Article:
Stability is key to preventing migraines. Seemingly simple changes, such as shifting from a weekday to a weekend, can increase the likelihood of a migraine. This could be due to changing sleep patterns, taking medications later in the day, and the body processing the stress of the previous week.
Seasonal changes can provoke migraine attacks, and the shift from summer to fall can be particularly dramatic. One reason may be that changes to atmospheric pressure lead to blood vessel constriction or insufficient oxygen. Other reasons include allergies, shorter days and longer nights, disruptions in sleep patterns, and seasonal affective disorder.
Yes, studies have documented a correlation between adverse childhood experiences (ACEs), such as neglect and abuse, and migraine, even more so than with regular tension headaches. The odds of migraine also increase when someone has experienced more than one form of ACE. Other studies have found a correlation between PTSD and migraine, that exposure to domestic violence in childhood increases the risk of migraine, and that people with migraine also have higher rates of childhood emotional abuse.
Migraines seem to be on the rise during the COVID pandemic. This trend may be due to environmental changes of all kinds, which increase the risk of migraine. People may be dealing with sleep changes, stress, anxiety, depression, and remote work; for example, people may be spending time in different physical positions at home than they would in the office.
Unfortunately, no treatments today can fully cure migraines. But medications can help prevent attacks and manage symptoms in the moment. Preventative medications include beta-blockers, antidepressants, and anti-seizure drugs. Pain relief medications include over-the-counter options such as Advil or Excedrin and prescription painkillers such as triptans. Taking medication early on is key to eliminating symptoms or reducing their severity.
Therapy can address anxiety or negative emotions fueled by migraines. Lifestyle factors play an important role as well; maintaining stable routines around sleep, eating, exercise, and work can help prevent attacks. Adopting these approaches can help people with migraine relieve distress and improve their quality of life.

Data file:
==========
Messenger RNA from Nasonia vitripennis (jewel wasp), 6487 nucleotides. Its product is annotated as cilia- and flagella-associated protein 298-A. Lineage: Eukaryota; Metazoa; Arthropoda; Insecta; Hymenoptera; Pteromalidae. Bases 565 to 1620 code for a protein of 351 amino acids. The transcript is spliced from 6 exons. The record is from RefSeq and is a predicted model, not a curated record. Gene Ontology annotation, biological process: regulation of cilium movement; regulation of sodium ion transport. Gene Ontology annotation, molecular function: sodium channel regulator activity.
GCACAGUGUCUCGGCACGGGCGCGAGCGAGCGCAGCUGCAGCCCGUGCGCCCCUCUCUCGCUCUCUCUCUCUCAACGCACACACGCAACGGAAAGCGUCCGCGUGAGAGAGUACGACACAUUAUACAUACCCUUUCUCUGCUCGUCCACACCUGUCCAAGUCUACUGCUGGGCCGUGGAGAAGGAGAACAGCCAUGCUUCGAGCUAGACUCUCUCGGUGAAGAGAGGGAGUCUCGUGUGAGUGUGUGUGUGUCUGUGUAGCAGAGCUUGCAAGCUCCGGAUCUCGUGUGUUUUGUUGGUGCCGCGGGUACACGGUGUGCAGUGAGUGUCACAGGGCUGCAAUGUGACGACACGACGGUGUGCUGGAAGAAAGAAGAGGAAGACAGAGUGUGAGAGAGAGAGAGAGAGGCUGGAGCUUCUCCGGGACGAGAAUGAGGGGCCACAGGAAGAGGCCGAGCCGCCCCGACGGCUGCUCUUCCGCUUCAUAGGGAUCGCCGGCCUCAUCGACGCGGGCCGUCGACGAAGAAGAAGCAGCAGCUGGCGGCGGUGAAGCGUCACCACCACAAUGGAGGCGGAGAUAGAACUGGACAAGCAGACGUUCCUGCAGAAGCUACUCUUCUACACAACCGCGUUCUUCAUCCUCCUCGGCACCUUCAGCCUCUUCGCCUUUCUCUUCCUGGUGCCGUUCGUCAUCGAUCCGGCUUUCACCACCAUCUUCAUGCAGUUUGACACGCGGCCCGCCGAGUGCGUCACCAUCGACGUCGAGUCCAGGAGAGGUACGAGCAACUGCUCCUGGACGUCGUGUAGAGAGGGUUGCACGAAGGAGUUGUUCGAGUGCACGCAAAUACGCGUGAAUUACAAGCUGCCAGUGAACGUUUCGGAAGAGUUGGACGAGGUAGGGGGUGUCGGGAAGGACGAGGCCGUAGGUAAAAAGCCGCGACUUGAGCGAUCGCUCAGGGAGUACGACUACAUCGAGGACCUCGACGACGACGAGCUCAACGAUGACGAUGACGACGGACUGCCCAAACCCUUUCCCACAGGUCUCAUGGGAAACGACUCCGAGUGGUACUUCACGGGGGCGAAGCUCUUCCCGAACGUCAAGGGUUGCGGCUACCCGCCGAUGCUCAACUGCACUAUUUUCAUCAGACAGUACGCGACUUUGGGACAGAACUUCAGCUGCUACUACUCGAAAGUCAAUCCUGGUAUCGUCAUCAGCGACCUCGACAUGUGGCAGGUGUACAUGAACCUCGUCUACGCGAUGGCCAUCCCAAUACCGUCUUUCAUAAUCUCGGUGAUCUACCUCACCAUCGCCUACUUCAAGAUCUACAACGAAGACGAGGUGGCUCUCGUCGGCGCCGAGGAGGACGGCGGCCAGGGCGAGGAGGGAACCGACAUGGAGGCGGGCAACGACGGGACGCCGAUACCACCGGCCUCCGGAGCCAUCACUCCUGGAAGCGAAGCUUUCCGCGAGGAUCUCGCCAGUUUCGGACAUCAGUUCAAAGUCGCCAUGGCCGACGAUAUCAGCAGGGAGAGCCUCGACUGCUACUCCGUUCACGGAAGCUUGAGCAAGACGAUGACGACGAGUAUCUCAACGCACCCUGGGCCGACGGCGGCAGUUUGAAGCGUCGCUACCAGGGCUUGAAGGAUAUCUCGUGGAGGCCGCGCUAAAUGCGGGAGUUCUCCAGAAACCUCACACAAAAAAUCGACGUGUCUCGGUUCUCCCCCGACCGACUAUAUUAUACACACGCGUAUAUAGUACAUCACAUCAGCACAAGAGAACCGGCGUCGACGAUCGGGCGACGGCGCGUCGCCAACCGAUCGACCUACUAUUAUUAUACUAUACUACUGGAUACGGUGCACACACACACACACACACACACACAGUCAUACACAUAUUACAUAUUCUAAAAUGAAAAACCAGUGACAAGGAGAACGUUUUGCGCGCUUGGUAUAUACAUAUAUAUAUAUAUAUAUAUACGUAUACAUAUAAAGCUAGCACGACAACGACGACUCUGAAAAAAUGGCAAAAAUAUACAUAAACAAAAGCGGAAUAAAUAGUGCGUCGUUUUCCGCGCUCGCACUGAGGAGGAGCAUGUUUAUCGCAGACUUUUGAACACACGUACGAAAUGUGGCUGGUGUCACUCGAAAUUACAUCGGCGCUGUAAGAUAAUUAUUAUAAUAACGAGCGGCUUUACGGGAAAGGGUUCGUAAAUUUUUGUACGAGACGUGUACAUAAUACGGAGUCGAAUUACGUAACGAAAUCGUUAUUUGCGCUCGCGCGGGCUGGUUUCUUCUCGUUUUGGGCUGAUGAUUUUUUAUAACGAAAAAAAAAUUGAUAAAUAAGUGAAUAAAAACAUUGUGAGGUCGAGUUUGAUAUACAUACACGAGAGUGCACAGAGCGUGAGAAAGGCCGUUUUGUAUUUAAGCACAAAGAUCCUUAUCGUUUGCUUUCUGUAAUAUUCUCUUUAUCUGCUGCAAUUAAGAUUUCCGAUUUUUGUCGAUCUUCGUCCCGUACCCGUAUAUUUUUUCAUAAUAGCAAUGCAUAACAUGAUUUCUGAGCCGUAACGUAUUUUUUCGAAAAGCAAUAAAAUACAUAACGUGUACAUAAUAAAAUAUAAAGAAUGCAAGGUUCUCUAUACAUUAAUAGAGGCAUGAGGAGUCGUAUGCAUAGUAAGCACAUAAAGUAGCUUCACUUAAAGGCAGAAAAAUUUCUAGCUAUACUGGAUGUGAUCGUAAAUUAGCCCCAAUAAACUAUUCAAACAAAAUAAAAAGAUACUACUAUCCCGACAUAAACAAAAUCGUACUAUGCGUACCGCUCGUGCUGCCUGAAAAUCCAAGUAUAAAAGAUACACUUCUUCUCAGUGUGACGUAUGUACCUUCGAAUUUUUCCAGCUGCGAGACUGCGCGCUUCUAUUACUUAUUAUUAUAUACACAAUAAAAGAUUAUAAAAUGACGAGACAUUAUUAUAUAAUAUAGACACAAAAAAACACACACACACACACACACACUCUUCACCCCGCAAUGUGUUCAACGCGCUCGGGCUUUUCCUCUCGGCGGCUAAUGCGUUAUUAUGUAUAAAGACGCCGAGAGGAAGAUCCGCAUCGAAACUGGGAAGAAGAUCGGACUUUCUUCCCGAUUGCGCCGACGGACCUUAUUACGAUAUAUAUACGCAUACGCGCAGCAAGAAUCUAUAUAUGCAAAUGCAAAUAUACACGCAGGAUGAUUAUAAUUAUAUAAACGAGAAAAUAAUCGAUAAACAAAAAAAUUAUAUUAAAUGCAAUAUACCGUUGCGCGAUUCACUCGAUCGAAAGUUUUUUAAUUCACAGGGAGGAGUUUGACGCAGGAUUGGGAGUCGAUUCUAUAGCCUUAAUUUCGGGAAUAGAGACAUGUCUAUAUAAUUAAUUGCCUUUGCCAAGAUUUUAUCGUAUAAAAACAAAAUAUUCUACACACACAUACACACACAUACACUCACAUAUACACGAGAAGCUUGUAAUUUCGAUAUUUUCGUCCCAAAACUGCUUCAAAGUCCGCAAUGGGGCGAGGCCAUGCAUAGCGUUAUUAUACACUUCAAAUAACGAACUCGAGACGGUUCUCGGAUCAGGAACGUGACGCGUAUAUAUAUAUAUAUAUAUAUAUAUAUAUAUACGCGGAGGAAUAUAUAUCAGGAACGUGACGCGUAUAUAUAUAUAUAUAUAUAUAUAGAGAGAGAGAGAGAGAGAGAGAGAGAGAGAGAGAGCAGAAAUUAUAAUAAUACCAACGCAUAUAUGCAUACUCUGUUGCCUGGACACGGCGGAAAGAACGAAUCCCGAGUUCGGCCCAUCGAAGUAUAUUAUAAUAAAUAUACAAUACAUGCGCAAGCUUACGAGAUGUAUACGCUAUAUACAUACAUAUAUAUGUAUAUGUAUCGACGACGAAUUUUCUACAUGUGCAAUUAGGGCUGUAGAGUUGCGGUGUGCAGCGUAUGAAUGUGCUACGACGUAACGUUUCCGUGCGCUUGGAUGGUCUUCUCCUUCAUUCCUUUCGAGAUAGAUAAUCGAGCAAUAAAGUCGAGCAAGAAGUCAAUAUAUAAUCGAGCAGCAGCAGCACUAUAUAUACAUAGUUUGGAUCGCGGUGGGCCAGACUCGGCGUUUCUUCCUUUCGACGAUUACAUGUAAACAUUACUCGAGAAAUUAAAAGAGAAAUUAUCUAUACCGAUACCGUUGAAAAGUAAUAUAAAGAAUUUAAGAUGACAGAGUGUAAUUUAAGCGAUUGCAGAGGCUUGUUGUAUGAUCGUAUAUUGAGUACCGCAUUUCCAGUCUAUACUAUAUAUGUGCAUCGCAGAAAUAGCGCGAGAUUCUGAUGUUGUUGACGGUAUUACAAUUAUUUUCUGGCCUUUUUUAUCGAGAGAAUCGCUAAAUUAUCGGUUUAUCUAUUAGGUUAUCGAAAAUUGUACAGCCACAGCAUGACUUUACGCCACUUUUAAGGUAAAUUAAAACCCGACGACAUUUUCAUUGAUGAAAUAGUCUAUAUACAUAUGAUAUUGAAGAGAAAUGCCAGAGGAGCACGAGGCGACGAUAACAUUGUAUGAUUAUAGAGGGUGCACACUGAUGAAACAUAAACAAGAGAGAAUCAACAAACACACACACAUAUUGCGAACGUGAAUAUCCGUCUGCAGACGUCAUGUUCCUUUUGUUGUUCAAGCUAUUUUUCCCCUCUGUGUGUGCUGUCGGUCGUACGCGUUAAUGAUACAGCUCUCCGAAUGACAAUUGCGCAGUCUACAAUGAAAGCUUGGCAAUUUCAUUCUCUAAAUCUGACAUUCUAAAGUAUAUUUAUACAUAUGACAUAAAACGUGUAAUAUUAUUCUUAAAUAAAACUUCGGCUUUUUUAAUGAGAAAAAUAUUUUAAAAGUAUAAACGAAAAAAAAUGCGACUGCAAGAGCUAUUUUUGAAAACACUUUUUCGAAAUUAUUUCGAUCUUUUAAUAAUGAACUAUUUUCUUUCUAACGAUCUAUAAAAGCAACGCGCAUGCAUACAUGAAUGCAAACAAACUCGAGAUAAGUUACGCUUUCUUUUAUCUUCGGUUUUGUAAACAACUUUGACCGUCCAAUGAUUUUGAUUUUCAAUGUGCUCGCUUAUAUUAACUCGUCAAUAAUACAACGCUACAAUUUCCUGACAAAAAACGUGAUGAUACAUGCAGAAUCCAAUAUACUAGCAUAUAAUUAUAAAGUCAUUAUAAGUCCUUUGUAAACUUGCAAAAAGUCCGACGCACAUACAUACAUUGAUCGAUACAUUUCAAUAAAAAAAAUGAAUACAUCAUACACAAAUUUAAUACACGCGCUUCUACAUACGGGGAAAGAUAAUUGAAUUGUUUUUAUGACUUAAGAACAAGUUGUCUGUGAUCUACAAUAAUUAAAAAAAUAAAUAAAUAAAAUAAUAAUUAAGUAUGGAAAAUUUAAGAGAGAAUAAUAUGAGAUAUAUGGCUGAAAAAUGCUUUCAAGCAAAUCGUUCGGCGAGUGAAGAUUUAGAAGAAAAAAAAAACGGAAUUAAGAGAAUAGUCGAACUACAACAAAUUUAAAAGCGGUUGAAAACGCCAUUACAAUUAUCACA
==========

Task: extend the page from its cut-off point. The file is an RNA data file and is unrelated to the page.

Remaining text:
If you sense that a migraine is coming on, try to find a quiet, dark room where you can rest. Take medication as early as possible in the course of the migraine. Putting a cold washcloth on the back of your neck may help by numbing the area; applying a heating pad may relax head and neck muscles.
From a longer-term perspective, aim to maintain regular sleep, eating, and exercise habits. Keep a log of what triggers your migraines so that you can identify and avoid those triggers, and develop a treatment plan with your doctor.
Some people with migraines use integrative medicine approaches to supplement medication. Acupuncture, mindfulness meditation, and biofeedback (a self-regulation technique in which people practice controlling some of their physiological processes) may help to reduce pain intensity and migraine frequency, research suggests.
Family, friends, and coworkers may not recognize the physical pain, emotional challenges, preventative measures, and medication side effects that people with migraines experience, especially because they sometimes mask their symptoms in order to accomplish necessary tasks. Having to explain the invisible struggles of migraine to others can be exhausting and worrisome; some may feel defensive, guilty, or avoid speaking about it altogether.
Living with migraines can lead to a heightened sense of uncertainty—what some call “illness uncertainty”—because they don’t know when a migraine will strike and how they might navigate it. This takes a mental toll and can lead to distress, anxiety, or depression, and even worsen perceptions of pain and stress. Exercising control when possible, such as having a prevention and treatment plan in place, can provide greater certainty and peace of mind.
Although living with chronic migraines will never be easy, certain tips can help you manage. One is that your body is not the enemy; it’s working hard to support you, and deserves compassion rather than anger. Another is to gradually accept that life is uncertain and unpredictable. Other tips include not wasting energy worrying about how others view your migraine, learning to forgive yourself, teaching yourself to ask for support, and helping others when you can.
People with migraine may be tempted to push through their pain, but that tendency often backfires and exacerbates the attack. It’s important to set limits for yourself when you’re dealing with pain and illness. For example, do not say yes to an activity if your body is telling you to. Don’t strive for perfection—sometimes it’s ok to do the bare minimum. And don’t speak to yourself harshly or in ways you wouldn’t speak to others. Practicing self-compassion is key.
Simply being with the person, and asking if there is anything you can do to help, is most important. Acknowledge their pain, and be patient with them. Be understanding if the person needs to cancel a plan or event, and recognize that the person has migraines but that the condition doesn’t represent her entire identity.
Perhaps even more important than what to do is what not to do. Since the condition is invisible to others, people often make comments that minimize the migraineur’s suffering. Avoid making comments such as, “You don’t look sick,” or “Do you need a Tylenol or something?” Chances are that the person has already tried the tips you think of, and many more.